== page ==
Xbox One

Well, what do you guys think of the announcement?

Goes without saying, I’m frustrated having not heard a thing about Crimson Dragon. I was at least expecting some sort of montage of games coming to the console, but all we got were the yearly EA updates, and little else.

I’m assuming we now have to wait another month or so to see if more is revealed at E3.

Everything else about the announcement was underwhelming. The console looks hideous, as does the controller, little about the technology explained, what devs thought of the console, or whom are supporting it, almost no gameplay footage.

Not only that, the announcement looks as it it were created specifically for American audiences. How many people in the rest of the world care for NFL?

I wasn’t expecting much tbh, but I was expecting more than this.

It was really disappointing. A lot of focus on TV and multitasking and not so much on the actual games. What little gameplay we got to see wasn’t anything special. Used games will apparently not run without paying a fee first. The console itself seem to be even larger than the original Xbox and the design is really bland. Some of the attendees noted that the exaggerated cheers from the crowd were coming from Microsoft employees and not the gaming press. I wasn’t too amazed by the PS4 conference either but in comparison it was a lot better.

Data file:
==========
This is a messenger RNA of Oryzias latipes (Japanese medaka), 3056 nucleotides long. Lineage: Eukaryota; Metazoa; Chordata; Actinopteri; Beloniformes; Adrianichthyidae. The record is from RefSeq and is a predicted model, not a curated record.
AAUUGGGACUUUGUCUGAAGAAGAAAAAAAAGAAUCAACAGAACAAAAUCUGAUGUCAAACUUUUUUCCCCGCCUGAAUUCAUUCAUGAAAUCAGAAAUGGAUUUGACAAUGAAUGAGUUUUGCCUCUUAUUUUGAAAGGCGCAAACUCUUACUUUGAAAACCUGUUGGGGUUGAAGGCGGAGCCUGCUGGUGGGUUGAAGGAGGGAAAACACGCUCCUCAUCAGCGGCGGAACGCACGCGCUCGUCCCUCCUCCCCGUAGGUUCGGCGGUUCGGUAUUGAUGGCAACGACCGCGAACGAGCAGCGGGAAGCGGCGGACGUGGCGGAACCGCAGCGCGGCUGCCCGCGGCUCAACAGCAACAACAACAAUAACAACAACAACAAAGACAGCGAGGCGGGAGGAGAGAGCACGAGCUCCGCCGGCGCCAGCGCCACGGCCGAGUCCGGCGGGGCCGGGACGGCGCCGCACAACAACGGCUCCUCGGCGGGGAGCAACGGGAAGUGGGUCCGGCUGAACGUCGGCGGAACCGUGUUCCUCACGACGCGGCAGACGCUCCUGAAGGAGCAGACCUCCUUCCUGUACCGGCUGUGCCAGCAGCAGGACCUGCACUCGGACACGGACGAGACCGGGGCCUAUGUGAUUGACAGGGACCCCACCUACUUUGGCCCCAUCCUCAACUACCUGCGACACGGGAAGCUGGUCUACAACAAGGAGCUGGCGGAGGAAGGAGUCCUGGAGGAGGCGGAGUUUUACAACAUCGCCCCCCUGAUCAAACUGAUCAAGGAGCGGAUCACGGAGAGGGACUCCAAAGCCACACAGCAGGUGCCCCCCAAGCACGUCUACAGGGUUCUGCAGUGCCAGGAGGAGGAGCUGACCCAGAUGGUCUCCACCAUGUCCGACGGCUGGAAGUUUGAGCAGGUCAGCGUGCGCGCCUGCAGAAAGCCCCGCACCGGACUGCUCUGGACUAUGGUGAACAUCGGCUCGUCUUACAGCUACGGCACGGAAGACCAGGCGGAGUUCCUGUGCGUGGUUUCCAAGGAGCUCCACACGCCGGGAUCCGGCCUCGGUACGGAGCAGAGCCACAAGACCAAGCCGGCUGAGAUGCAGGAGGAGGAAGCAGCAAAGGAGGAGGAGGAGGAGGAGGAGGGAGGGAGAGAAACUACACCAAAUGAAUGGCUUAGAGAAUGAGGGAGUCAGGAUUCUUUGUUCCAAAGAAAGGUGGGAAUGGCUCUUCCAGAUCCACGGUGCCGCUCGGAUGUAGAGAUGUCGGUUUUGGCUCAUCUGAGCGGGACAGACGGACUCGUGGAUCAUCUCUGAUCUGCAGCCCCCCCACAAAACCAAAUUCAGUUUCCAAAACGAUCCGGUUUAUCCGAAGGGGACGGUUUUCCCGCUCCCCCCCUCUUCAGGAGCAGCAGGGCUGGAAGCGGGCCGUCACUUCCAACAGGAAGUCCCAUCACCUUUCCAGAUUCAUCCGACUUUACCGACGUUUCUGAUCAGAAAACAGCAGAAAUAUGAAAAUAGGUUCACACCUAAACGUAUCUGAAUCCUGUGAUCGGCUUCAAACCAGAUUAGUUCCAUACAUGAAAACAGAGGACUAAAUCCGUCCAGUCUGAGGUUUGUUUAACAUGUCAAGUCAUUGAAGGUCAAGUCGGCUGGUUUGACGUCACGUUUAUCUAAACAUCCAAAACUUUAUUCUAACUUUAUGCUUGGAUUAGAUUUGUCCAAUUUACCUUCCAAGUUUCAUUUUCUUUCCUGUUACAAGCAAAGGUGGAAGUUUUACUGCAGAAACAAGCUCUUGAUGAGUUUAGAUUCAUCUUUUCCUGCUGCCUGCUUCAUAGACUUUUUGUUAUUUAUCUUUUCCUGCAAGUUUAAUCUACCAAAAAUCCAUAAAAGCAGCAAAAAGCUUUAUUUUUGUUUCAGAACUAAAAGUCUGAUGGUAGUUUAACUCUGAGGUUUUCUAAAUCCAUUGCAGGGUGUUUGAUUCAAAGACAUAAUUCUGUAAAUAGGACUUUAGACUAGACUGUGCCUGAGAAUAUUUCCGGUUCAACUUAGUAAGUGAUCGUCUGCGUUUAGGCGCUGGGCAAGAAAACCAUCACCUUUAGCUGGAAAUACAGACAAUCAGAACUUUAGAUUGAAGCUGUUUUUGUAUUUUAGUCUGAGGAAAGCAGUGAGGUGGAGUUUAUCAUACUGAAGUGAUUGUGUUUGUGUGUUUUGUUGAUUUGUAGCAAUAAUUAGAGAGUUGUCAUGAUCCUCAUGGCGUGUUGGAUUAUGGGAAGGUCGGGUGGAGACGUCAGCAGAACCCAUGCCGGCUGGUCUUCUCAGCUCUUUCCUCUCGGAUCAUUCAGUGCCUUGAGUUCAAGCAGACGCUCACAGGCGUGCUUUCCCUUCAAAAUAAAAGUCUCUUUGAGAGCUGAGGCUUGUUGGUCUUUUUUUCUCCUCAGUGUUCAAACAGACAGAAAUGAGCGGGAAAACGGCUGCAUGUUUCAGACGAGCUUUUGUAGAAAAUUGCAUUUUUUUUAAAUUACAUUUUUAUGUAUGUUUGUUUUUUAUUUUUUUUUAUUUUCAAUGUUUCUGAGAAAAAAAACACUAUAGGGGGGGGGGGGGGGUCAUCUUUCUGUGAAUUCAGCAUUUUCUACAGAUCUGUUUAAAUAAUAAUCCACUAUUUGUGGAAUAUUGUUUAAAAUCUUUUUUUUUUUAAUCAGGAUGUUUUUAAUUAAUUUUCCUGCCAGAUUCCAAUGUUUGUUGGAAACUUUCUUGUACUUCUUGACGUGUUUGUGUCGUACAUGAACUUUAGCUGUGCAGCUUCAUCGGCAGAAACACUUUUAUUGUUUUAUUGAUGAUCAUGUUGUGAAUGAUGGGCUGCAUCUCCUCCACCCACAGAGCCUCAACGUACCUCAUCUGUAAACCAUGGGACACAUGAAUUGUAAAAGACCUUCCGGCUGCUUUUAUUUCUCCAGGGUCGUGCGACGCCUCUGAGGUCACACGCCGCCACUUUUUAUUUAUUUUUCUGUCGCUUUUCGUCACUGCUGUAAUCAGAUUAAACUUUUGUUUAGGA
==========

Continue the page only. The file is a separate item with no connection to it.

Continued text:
Guess we’ll have to wait for E3 to see Crimson Dragon, they said they’ve got a bunch of exclusives that still haven’t been revealed.

While it does not require a constant Internet connection, you may have to connect to the Internet once per day in order to play single player games: … -509164109
Disappointing, if true, although it sounds like MS haven’t made up their mind. If true, it could be bad for players. Suppose you haven’t used the console for a couple of days, but your Internet connection goes down when you’re about to play a game. You wouldn’t be able to play the game at all.

The console itself is not asthetically pleasing, but that isn’t the end of the world. Hopefully the new controller will be comfortable; it looks similar to the Xbox 360 controller at least.

Not worried about Crimson Dragon; I expect we’ll see it at E3.

Not a great reveal. All buzz words and little to show for it. Granted, I don’t think it has much bearing on how the platform will evolve. If they eventually bring the games and content people will go for it whether they hate the pre-release PR or not. Those 15 first year exclusives could hide some gems like the Rockstar game could be (or not).

The console looks ugly and the new controller seems like they just looked for an excuse to make it incompatible with past controllers. Programmable feedback triggers, come on.

They also seem to be focusing too much on the US market alone, I wonder how many of those TV features they focused so much on will be applicable elsewhere.